Loren Eiseley touched upon this nerve in The Immense Journeym, when he described watching pigeons at dawn from a New York City hotel room. ''In and out through the open slits in the cupolas passed the white winged birds on their mysterious errands. At this hour the city was theirs, and quietly, without the brush of a single wing tip against stone in that high, eerie place, they were taking over the spires of Manhattan.''
To some, this is vaguely threatening; to Eiseley and others, the parallel city of pigeons is a blessing, a reassurance that man is neither completely alone nor completely in charge of the earth. A little girl of about two came stumbling over the grass toward the flock, her face alight, her arms wide as though she wished to hug every bird. Pigeons can stir remembrances of kinship with other animals, of contact with a fresh and untrampled world, of dreams of talking with the birds and beasts. They can bespeak paradise.
With the exception of children, who have not yet learned that pigeons are vulgar, those who pay attention to them are generally old, poor, or outcast, themselves familiar with gleaning a meager existence from the leavings of an urban machine beyond their comprehension. It is not surprising they share food and make friends with pigeons. Perhaps they envy their insouciance and freedom to fly away from a confining city. Essayist Peter Steinhart says that ''feeding is our way of putting ourselves into the spirit of such things . . . the crumbs we toss to a pigeon take wing.''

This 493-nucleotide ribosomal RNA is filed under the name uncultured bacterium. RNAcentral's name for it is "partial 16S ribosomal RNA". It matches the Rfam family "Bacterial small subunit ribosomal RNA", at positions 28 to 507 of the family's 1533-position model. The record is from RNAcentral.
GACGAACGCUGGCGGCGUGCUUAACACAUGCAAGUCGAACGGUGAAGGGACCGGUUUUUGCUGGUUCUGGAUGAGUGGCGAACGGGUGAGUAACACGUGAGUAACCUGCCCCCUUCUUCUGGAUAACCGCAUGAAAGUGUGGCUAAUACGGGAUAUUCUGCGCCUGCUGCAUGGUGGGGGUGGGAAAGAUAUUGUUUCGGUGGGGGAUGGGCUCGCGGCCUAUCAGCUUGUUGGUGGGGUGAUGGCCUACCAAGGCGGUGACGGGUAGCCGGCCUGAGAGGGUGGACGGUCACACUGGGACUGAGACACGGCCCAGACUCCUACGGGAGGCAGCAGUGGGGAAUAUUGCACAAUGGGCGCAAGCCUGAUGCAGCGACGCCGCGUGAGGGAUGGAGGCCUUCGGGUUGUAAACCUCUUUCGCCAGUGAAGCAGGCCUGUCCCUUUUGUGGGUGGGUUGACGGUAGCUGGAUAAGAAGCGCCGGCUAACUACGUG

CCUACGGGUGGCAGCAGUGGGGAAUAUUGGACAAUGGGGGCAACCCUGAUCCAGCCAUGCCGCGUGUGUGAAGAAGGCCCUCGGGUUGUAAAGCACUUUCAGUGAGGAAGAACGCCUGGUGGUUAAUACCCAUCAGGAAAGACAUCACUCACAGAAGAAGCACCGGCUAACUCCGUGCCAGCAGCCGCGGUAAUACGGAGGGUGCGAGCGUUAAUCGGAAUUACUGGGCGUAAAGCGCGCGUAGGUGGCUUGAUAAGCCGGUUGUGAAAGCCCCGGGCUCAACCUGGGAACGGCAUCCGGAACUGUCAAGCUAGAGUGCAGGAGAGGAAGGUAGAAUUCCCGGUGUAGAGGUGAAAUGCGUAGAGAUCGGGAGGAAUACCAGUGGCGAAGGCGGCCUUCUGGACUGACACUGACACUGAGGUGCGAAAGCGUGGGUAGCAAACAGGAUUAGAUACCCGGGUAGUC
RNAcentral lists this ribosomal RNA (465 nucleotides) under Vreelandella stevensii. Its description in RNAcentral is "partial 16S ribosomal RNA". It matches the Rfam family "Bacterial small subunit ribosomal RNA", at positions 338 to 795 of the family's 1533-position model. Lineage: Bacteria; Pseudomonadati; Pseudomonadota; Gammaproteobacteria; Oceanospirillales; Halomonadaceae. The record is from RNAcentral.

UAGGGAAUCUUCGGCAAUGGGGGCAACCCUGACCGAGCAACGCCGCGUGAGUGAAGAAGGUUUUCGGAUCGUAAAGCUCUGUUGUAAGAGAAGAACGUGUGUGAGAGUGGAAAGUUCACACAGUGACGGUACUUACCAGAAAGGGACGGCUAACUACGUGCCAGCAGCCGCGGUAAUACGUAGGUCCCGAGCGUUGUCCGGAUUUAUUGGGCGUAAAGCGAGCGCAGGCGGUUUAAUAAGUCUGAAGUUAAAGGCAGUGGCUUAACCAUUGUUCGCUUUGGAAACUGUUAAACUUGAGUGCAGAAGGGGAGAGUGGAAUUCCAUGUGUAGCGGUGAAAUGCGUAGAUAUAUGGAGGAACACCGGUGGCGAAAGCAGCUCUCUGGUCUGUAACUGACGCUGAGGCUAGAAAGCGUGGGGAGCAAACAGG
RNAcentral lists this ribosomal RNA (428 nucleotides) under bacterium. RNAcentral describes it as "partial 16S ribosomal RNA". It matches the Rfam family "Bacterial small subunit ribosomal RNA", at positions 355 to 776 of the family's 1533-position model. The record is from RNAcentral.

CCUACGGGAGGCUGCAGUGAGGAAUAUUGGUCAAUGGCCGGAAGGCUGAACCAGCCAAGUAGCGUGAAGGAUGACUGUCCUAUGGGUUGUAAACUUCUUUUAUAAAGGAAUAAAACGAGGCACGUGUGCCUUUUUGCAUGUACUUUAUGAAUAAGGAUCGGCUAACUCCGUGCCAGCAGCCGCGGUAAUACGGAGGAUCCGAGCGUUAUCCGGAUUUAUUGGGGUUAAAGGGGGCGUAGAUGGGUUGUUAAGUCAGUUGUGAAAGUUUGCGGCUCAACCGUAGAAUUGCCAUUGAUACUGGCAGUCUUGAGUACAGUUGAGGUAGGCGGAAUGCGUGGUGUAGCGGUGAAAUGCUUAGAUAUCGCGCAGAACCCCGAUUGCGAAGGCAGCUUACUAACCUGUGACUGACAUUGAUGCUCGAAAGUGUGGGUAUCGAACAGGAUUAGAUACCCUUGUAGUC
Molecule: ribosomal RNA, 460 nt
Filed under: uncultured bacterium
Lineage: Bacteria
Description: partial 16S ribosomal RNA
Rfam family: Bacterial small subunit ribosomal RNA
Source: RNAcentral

The pigeons left me to greet an old woman a few yards away. A moment later she was immersed in pigeons. Her several chins worked rhythmically as she spoke to them, but all I heard were staccato wingbeats and low coos of pleasure. She was speaking to them in some greater language, in an ancient communion of breaking bread together, beasts tamed through a love of God. Passersby stopped to stare.
Only crazy old ladies feed pigeons, we believe. We remember the imbecile Bird Woman in Mary Poppinsm, whose only words were ''feed the birds, tuppence a bag.'' We allow our children to indulge in such things but teach them to grow up and leave these sentiments behind.
Our feelings about pigeons are indeed ambiguous. We despise them one moment and entice them to our hands the next. We allot it to the babies, the elderly, the fringes of respectable society to express our desire for contact with beasts , to serve as safe vessels of fondness for such silly things as pigeons. Our sentimentality is thus apportioned; we can have our cake and feed it too.
The old lady departed as suddenly as she had come, tottering with her empty bags across the street toward the subway. She was again a frail, inconspicuous old woman - a snuffed candle. But for a moment she had been kindled with the burning love of saints.
Without thinking, I reached for a few broken crackers in my lunch bag. At first the pigeons were wary. But as one tiptoed closer, his eyes fixed on my hand and his head tilted in a question, I wondered why my heart was beating so.